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Sundance shorts a click away

"Catnip: Egress to Oblivion"

"Catnip: Egress to Oblivion" Credit: "Catnip: Egress to Oblivion"

While Sundance movies such as Joseph Gordon-Levitt's "Don Jon's Addiction" and "Mud," starring Matthew McConaughey, have gotten the lion's share of the attention during the festival's first weekend, some of the most interesting filmmaking can be found in its shorts program.

And the best part of all? You don't even need to go to Utah to experience a sizable chunk of it. You can see them on YouTube.

At the same time, Focus Forward, an initiative from General Electric and Cinelan sponsoring short films about innovation will premiere mini Sundance flicks Tuesday on its Vimeo page (

These are the Sundance shorts on YouTube right now.

"Black Metal" is about a black metal singer grappling with the consequences of his music after a fan kills someone.

In "Broken Night" a woman drives across an empty, hilly landscape with her daughter.

"Catnip: Egress to Oblivion" looks at the dark side of catnip.

"Irish Folk Furniture" is an animated documentary about antique furniture in Ireland.

"Marcel, King of Teruven" is the first Greek tragedy featuring Belgian roosters that you've ever seen. We promise.

"Movies Made from Home #6" depicts a game of hide and seek.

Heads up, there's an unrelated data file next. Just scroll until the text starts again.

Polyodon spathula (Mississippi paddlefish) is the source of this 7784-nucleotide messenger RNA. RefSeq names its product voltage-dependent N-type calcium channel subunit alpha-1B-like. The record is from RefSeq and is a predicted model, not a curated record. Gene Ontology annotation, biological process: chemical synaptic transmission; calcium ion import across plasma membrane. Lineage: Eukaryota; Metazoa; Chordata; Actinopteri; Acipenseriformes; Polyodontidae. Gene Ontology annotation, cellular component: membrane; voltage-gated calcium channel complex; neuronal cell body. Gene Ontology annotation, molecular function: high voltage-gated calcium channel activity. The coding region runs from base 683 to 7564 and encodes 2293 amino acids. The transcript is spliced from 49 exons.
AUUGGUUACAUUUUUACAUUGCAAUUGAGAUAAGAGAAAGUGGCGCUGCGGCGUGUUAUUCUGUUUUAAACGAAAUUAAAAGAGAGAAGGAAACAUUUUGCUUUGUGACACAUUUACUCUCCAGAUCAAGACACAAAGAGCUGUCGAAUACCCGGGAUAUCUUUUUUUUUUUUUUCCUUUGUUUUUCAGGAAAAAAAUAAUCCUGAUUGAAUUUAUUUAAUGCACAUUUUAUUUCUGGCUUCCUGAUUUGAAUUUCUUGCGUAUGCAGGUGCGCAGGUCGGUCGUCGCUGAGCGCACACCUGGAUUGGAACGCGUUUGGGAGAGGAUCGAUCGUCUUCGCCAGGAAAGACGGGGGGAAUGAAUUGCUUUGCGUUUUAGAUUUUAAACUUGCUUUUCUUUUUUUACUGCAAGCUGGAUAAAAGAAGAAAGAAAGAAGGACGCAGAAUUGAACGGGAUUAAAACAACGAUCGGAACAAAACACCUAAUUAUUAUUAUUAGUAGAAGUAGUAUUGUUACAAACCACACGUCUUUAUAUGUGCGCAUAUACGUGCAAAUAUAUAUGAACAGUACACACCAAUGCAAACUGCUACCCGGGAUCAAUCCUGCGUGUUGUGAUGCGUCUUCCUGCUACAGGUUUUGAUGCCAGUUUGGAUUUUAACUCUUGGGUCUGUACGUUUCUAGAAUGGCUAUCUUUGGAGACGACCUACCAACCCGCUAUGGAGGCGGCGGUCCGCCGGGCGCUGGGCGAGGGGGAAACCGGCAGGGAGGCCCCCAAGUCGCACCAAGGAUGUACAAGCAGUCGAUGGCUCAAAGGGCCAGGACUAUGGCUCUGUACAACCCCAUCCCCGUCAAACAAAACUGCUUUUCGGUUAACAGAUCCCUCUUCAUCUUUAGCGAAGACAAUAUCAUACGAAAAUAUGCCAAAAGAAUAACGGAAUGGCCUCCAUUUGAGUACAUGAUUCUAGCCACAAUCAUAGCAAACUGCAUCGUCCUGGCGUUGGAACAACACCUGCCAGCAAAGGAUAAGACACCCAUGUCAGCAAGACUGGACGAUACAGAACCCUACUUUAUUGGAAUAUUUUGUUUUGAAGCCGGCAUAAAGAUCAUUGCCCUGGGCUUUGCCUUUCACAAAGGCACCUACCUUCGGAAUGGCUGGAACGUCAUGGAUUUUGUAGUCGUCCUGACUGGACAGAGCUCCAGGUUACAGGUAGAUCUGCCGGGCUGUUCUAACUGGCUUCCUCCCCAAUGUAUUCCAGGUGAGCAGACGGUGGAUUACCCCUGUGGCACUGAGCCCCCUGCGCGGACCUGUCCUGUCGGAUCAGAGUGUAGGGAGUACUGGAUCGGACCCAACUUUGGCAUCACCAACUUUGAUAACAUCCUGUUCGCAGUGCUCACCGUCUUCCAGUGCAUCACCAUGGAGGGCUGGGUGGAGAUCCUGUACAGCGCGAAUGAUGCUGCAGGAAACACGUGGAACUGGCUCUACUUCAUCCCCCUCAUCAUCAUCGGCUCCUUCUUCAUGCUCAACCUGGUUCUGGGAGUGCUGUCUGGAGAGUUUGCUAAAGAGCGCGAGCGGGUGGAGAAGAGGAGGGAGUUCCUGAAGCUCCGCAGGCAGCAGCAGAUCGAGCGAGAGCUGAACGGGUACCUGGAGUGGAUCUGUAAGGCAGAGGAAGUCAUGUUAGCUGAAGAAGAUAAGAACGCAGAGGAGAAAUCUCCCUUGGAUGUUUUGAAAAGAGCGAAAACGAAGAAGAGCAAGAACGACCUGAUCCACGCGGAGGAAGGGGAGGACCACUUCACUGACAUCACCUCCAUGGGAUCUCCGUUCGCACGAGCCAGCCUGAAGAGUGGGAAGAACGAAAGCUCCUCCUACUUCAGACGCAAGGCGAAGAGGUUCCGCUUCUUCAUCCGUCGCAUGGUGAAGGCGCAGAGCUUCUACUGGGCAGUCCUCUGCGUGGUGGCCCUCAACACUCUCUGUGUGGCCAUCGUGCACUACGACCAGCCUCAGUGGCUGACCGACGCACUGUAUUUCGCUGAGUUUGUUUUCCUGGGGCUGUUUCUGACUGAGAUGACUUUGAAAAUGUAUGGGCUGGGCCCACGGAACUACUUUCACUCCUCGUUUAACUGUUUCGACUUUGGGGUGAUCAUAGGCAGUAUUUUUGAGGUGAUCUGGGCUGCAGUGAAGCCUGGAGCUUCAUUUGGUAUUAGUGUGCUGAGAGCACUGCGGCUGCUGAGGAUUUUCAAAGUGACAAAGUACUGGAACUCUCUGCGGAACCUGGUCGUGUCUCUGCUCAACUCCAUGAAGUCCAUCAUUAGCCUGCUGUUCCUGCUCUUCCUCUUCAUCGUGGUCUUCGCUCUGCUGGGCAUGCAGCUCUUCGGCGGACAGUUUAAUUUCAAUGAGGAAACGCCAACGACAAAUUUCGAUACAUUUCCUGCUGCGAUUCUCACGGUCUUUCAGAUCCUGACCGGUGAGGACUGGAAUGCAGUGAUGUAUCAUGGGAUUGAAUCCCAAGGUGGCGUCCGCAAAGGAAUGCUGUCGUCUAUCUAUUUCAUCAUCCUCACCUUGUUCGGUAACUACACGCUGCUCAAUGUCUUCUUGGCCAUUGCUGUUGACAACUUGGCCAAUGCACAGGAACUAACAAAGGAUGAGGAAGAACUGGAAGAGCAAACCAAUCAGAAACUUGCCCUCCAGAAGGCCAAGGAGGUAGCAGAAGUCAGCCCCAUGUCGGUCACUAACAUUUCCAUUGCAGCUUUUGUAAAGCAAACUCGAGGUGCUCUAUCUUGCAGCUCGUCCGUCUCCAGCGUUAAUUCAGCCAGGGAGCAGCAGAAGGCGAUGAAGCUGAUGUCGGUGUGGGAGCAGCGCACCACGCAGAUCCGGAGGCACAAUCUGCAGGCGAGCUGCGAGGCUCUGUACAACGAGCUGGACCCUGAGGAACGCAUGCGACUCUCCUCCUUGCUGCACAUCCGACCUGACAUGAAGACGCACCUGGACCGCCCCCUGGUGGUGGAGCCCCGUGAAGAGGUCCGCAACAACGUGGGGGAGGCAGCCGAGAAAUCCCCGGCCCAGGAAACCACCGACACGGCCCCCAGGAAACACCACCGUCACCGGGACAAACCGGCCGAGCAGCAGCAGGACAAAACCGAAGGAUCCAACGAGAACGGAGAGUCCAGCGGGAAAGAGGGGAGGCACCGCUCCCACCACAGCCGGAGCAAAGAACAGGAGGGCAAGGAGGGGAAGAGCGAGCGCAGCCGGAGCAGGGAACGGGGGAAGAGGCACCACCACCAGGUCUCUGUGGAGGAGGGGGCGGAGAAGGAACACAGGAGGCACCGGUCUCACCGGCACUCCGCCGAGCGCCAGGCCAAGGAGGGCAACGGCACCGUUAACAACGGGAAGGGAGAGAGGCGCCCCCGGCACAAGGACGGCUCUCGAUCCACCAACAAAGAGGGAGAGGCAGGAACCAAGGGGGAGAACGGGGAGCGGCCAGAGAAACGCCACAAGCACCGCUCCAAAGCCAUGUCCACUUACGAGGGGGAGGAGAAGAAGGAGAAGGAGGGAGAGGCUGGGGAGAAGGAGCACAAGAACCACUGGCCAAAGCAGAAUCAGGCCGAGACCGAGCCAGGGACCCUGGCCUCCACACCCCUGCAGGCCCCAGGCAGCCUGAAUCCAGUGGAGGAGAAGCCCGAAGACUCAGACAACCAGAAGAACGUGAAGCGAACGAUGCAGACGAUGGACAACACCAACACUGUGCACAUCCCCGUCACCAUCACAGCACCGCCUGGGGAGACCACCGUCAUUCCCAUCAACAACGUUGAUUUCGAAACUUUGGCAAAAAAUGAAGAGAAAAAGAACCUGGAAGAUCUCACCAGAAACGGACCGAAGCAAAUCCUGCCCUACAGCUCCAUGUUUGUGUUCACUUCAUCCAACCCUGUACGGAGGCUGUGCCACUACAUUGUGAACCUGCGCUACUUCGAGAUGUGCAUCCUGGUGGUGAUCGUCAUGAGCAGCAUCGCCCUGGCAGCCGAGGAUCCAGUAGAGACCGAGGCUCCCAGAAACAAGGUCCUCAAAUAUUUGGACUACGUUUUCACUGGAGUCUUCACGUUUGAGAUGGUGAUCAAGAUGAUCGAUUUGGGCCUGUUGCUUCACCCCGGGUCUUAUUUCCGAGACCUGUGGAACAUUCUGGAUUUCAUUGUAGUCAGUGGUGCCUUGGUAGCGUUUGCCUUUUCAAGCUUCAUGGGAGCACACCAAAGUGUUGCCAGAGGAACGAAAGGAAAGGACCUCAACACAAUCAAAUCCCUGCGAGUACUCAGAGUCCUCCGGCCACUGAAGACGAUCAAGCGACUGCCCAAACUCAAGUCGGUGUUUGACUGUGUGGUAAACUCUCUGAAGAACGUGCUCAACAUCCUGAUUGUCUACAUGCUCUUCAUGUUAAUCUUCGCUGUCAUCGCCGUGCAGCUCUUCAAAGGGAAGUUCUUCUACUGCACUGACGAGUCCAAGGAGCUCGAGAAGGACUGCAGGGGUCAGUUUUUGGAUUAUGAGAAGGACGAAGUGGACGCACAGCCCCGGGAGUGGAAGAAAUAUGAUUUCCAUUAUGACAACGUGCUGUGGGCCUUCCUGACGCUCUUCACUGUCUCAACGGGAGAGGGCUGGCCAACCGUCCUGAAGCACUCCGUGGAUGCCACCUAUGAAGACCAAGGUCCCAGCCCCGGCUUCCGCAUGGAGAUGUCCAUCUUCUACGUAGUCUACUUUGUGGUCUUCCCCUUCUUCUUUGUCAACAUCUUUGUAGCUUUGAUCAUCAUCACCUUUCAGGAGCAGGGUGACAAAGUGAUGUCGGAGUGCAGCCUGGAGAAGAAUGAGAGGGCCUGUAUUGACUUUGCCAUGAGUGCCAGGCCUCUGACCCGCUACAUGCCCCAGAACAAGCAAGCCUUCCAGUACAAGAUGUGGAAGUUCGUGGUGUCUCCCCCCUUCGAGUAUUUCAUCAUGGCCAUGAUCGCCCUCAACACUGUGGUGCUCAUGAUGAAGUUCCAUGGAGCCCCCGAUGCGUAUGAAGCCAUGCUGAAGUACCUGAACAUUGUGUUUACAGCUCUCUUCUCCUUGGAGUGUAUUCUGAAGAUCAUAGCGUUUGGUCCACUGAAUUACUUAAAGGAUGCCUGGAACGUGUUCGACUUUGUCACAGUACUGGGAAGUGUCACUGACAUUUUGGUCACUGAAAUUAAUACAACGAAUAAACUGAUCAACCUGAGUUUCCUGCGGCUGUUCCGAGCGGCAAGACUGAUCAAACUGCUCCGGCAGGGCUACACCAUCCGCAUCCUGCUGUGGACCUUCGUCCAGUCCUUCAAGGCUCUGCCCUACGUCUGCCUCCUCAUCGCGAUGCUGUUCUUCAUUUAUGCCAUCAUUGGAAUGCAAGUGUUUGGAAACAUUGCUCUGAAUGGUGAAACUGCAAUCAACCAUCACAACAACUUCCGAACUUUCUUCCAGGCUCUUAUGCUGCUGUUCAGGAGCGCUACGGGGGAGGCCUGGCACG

"The Event" is a dark animated flick about "love and a severed foot at the end of the world," as the Sundance programmers succinctly put it.

"The Roper" transports you into the world of rodeo, as a black man competes across the South.

"Seraph," from animator-graphic novelist Dash Shaw ("The Unclothed Man in the 35th Century AD) and John Cameron Mitchell, offers an Impressionistic, six-minute- 42-second look at a man's difficult life. It's set to two songs from Sigur Ros' album "Valtari."

Sometimes, it's OK to have bulging pockets full of old receipts, tissues and other random items. Your pocket assortment might even help you find a lady. That's the message of "What Do We Have in Our Pockets?" that is based on a short story by Israeli author Etgar Keret.

In "When the Zombies Come," workers at a hardware story are unhealthily obsessed with the undead.

"The Apocalypse," about friends spending an unusual weekend afternoon together, stars the great Martin Starr of "Freaks and Geeks" and "Party Down" fame. And he's reason enough to justify a click.

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